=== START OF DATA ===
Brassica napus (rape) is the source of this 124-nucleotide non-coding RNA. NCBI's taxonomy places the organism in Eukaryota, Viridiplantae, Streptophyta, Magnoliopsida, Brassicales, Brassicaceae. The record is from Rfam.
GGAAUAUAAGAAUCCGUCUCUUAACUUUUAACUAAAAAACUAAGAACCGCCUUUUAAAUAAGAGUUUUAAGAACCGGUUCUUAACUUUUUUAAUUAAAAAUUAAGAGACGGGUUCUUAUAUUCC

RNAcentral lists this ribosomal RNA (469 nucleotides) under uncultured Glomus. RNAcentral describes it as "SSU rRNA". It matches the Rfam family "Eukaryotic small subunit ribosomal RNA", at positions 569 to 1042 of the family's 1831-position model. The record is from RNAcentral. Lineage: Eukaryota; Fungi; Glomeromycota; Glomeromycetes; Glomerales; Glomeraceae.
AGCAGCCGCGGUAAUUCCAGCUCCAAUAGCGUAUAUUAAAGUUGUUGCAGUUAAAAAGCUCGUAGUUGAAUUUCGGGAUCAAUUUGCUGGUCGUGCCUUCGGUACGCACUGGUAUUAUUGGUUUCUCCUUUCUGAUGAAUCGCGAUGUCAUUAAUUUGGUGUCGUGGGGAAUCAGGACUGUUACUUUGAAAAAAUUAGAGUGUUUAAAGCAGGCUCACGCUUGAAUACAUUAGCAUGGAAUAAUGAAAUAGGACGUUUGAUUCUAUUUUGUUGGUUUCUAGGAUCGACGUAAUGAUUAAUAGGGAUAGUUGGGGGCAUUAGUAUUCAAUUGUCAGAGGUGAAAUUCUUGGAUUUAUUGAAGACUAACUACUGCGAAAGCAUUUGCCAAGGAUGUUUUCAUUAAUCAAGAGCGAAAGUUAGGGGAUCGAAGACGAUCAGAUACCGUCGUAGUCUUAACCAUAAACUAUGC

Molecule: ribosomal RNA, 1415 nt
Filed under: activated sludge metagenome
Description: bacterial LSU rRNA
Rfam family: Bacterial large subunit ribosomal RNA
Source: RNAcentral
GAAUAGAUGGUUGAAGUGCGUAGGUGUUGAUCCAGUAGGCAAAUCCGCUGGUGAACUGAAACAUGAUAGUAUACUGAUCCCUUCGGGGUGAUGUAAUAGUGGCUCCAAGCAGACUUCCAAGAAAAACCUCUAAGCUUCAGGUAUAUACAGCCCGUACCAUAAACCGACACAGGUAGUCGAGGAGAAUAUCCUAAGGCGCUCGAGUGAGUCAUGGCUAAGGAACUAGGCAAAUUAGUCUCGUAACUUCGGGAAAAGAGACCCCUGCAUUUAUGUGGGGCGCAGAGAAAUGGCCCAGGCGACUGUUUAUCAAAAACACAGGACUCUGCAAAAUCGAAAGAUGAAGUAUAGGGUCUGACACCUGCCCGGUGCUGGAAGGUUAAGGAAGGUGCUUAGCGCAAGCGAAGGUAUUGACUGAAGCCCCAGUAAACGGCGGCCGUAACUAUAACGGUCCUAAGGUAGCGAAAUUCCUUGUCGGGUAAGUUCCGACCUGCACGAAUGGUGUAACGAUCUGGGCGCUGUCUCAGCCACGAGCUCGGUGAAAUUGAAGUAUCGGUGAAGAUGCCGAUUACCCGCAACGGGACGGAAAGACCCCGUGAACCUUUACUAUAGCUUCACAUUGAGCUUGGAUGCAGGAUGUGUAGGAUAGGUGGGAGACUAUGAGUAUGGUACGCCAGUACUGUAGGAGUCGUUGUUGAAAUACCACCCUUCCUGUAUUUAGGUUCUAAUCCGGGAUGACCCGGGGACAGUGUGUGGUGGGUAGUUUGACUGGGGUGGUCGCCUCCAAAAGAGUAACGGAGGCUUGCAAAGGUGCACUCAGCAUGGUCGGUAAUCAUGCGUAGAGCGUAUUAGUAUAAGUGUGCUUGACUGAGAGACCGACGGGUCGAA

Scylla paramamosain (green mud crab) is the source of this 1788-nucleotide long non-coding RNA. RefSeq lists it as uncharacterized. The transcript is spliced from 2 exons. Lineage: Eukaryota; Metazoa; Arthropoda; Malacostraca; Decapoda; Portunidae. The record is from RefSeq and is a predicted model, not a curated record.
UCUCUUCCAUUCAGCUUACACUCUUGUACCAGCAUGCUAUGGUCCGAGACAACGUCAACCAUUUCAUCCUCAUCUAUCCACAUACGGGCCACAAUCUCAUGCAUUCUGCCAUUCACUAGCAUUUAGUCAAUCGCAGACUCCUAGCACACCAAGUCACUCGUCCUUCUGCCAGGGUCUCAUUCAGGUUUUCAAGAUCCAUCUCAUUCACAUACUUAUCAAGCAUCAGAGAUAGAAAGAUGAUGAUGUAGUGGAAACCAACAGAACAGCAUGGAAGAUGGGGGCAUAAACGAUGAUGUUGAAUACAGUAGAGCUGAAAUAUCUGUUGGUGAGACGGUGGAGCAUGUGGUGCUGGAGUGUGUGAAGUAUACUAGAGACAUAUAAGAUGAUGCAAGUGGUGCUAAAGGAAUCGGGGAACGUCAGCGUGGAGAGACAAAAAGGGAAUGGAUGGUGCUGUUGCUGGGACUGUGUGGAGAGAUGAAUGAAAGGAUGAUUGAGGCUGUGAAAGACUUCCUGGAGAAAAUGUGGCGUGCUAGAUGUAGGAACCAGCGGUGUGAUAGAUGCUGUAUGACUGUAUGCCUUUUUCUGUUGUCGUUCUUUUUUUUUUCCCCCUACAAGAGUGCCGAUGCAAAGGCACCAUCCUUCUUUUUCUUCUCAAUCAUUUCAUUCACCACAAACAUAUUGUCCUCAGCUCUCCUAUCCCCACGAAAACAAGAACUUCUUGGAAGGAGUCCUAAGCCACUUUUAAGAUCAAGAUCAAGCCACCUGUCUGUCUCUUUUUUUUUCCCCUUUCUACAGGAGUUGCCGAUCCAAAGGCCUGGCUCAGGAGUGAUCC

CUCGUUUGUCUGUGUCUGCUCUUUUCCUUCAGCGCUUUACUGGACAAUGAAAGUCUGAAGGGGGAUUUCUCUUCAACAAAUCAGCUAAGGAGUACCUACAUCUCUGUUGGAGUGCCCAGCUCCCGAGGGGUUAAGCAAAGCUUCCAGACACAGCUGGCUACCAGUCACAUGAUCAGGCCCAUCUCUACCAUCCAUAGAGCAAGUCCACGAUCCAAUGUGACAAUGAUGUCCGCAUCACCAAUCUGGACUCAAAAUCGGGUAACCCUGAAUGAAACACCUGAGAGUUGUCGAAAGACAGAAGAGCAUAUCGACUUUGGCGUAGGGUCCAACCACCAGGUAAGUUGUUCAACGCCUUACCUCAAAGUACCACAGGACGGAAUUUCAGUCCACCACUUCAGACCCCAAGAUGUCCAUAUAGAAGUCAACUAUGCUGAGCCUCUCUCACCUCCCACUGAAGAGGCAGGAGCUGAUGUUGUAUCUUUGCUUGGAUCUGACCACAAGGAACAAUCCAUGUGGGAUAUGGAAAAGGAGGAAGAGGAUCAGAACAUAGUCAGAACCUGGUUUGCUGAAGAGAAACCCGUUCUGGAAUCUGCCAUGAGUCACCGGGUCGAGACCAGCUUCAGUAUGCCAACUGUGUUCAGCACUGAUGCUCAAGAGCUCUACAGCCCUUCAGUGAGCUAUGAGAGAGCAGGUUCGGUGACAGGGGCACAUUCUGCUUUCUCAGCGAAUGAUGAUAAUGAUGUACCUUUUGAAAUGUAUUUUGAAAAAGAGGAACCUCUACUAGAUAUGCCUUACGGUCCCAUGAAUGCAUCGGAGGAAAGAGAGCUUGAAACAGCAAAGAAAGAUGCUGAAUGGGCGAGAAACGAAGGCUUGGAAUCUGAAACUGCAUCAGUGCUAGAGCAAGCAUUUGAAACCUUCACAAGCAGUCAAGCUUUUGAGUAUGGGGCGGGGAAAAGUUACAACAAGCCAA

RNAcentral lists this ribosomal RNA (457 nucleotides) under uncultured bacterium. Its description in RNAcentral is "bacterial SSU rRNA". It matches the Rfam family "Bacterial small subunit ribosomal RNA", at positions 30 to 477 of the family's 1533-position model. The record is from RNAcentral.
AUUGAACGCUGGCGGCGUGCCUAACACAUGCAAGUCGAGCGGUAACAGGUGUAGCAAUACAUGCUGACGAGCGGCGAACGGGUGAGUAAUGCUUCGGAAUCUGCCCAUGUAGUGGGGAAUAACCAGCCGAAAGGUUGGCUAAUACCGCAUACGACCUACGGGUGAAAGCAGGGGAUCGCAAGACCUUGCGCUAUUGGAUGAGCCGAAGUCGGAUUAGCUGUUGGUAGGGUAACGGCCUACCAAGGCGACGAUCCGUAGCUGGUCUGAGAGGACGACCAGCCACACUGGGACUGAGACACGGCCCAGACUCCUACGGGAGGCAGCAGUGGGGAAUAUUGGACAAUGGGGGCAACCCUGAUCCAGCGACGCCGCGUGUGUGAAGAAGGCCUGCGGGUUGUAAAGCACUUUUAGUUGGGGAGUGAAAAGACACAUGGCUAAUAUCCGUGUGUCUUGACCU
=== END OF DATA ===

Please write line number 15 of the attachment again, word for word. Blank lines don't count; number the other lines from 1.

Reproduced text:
AUUGAACGCUGGCGGCGUGCCUAACACAUGCAAGUCGAGCGGUAACAGGUGUAGCAAUACAUGCUGACGAGCGGCGAACGGGUGAGUAAUGCUUCGGAAUCUGCCCAUGUAGUGGGGAAUAACCAGCCGAAAGGUUGGCUAAUACCGCAUACGACCUACGGGUGAAAGCAGGGGAUCGCAAGACCUUGCGCUAUUGGAUGAGCCGAAGUCGGAUUAGCUGUUGGUAGGGUAACGGCCUACCAAGGCGACGAUCCGUAGCUGGUCUGAGAGGACGACCAGCCACACUGGGACUGAGACACGGCCCAGACUCCUACGGGAGGCAGCAGUGGGGAAUAUUGGACAAUGGGGGCAACCCUGAUCCAGCGACGCCGCGUGUGUGAAGAAGGCCUGCGGGUUGUAAAGCACUUUUAGUUGGGGAGUGAAAAGACACAUGGCUAAUAUCCGUGUGUCUUGACCU